Tens of thousands of years ago, glaciers carved deep gouges into the rocky landscape leaving behind crystal clear waters flanked by 1,000 foot sheer cliffs and waterfalls.
A selfie here will convince all your Facebook friends that you splurged on a trip to Norway.
We spent the rest of our day exploring the coves, lighthouses, and scenic overlooks of Gros Morne.
Journey to the End of the Road on the Great Northern Peninsula
An excursion to the very northern tip of the Great Northern Peninsula takes some serious commitment. It is a 4-5 hour drive north of Gros Morne.
There’s only one road up. And it’s the same road back.
But it is worth it.
In fact, L’Anse aux Meadows, where the road dead-ends (it’s literally as far as you can go in North America), is the main reason I decided to come to Newfoundland.
It was on this rocky desolate tip at the very end of Newfoundland – which is already the very end of the continent – where Leif Erikson, fearless leader of the Viking explorers, first set up camp in the new world over 1,000 years ago—500 years before Christopher Columbus.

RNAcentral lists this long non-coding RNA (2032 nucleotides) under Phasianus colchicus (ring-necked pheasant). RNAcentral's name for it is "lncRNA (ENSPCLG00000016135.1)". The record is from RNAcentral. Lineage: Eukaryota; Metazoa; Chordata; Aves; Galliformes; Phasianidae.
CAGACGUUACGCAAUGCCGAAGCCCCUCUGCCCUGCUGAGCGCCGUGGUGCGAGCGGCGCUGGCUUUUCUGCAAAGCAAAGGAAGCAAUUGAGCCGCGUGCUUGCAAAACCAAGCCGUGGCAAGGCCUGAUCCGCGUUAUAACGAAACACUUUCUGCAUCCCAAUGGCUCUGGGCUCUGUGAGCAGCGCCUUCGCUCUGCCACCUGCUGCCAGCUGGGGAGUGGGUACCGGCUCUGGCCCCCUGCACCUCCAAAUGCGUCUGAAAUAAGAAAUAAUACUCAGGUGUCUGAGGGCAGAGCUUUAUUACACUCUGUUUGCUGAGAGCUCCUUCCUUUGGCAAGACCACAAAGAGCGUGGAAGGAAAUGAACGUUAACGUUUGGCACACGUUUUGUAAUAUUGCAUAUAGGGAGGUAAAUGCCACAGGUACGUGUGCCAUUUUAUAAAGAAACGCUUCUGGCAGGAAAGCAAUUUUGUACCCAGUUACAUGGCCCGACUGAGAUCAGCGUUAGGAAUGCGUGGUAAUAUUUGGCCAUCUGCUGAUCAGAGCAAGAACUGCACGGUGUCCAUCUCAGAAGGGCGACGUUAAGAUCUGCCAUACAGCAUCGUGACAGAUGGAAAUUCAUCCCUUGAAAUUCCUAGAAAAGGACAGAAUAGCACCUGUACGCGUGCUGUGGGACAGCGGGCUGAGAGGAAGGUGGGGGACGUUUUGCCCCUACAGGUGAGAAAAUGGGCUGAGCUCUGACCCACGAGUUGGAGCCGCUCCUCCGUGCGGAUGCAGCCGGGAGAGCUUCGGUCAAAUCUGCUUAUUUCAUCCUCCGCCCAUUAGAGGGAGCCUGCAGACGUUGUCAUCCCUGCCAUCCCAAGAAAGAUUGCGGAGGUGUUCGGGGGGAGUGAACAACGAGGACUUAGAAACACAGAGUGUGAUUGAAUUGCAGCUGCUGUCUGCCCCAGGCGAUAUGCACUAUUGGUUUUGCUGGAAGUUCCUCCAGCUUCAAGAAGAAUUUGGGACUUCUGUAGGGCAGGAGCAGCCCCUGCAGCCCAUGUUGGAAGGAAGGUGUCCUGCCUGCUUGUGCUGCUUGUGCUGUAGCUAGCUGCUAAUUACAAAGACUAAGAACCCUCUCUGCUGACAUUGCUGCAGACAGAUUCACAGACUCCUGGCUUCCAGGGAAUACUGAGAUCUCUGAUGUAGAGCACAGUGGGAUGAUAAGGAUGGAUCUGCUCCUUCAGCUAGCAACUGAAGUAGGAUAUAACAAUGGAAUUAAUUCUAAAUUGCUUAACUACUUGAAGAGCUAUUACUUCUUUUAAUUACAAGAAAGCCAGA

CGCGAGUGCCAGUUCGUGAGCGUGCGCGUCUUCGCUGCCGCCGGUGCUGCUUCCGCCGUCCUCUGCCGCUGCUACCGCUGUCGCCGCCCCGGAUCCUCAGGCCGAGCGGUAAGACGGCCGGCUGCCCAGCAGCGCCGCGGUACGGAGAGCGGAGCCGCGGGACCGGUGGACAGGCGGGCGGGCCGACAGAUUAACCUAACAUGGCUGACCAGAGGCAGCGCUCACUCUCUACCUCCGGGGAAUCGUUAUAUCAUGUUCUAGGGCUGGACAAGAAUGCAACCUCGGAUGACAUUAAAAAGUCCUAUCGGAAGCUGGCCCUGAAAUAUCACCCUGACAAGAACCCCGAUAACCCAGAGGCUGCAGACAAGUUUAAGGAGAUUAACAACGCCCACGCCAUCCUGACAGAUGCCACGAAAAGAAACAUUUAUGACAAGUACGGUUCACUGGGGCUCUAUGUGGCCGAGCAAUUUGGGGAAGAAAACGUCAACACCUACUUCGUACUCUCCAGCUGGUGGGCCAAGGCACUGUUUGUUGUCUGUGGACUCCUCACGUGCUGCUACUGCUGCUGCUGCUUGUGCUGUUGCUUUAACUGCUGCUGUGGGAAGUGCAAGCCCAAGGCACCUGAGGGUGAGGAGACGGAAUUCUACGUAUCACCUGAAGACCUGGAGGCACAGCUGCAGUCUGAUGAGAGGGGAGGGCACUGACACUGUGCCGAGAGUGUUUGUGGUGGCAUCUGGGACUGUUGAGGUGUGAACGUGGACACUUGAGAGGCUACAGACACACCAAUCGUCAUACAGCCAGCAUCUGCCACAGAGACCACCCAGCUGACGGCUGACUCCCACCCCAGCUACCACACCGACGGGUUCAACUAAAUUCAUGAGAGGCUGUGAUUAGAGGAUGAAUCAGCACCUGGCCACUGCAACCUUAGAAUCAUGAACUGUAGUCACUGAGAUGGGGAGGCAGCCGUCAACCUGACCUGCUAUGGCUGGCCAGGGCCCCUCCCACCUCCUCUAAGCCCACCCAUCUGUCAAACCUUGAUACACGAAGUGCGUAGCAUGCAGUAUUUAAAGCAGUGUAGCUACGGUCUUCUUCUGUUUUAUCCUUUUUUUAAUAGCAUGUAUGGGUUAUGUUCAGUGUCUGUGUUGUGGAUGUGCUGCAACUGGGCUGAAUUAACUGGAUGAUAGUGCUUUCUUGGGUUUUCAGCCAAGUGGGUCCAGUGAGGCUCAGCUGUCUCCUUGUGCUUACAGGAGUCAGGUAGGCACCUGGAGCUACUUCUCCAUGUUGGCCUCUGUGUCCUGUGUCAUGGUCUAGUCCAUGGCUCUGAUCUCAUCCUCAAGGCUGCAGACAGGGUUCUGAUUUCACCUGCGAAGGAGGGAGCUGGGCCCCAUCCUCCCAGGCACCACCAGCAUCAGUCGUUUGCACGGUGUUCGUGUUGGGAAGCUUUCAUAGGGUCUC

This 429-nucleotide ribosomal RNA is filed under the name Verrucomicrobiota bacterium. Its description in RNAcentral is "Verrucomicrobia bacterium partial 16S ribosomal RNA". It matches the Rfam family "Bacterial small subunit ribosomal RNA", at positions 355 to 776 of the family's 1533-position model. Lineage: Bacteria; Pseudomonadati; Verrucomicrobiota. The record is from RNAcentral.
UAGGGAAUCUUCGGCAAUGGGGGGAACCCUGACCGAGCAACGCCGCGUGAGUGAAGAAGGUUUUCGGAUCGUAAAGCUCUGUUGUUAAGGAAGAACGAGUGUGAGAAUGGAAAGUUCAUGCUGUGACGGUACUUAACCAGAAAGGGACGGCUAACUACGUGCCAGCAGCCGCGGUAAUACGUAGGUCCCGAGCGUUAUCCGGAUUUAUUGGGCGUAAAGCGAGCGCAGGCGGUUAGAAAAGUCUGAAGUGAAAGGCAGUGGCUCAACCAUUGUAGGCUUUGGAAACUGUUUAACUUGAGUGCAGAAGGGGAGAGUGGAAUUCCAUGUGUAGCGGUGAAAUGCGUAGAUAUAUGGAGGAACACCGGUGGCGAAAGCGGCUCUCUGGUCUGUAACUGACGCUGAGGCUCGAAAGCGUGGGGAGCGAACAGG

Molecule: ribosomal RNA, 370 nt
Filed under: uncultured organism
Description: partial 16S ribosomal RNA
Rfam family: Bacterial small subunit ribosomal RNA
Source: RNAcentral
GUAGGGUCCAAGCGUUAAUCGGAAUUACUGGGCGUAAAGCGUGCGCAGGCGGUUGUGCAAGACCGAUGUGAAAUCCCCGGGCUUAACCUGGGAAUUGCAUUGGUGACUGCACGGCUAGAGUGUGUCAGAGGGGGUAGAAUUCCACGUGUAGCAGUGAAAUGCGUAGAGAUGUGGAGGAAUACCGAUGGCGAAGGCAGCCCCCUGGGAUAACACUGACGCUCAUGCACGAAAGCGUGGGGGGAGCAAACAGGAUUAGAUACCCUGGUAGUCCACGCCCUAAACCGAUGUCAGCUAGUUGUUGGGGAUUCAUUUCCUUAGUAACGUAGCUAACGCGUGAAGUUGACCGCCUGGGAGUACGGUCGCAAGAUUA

Now don’t get me wrong.
I’m still a big fan of old Chris Columbus, despite the bad rap he gets from modern progressives and Harvard college professors. I highly recommend a visit to La Rabida Monastery in Huelva, Spain (I’ve been there) where Columbus prayed and prepared for his voyage across the ocean blue in 1492.
But I also thought it would be an unforgettable experience to stand on the very edge of North America—the place where the Europeans first set foot in the year 1000.
Now granted, hopscotching from Norway to Iceland to Greenland to “Vinland”, as the Vikings optimistically called what became Newfoundland, isn’t quite the same as sailing 3,000 miles east into the unknown from the coast of Spain. Still, the Vikings deserve credit for an undeniably impressive step in human exploration.